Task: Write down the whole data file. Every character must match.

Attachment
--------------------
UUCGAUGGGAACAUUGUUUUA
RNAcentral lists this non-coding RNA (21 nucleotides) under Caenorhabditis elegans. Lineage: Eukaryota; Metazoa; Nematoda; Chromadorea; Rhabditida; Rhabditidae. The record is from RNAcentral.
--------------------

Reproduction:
UUCGAUGGGAACAUUGUUUUA
RNAcentral lists this non-coding RNA (21 nucleotides) under Caenorhabditis elegans. Lineage: Eukaryota; Metazoa; Nematoda; Chromadorea; Rhabditida; Rhabditidae. The record is from RNAcentral.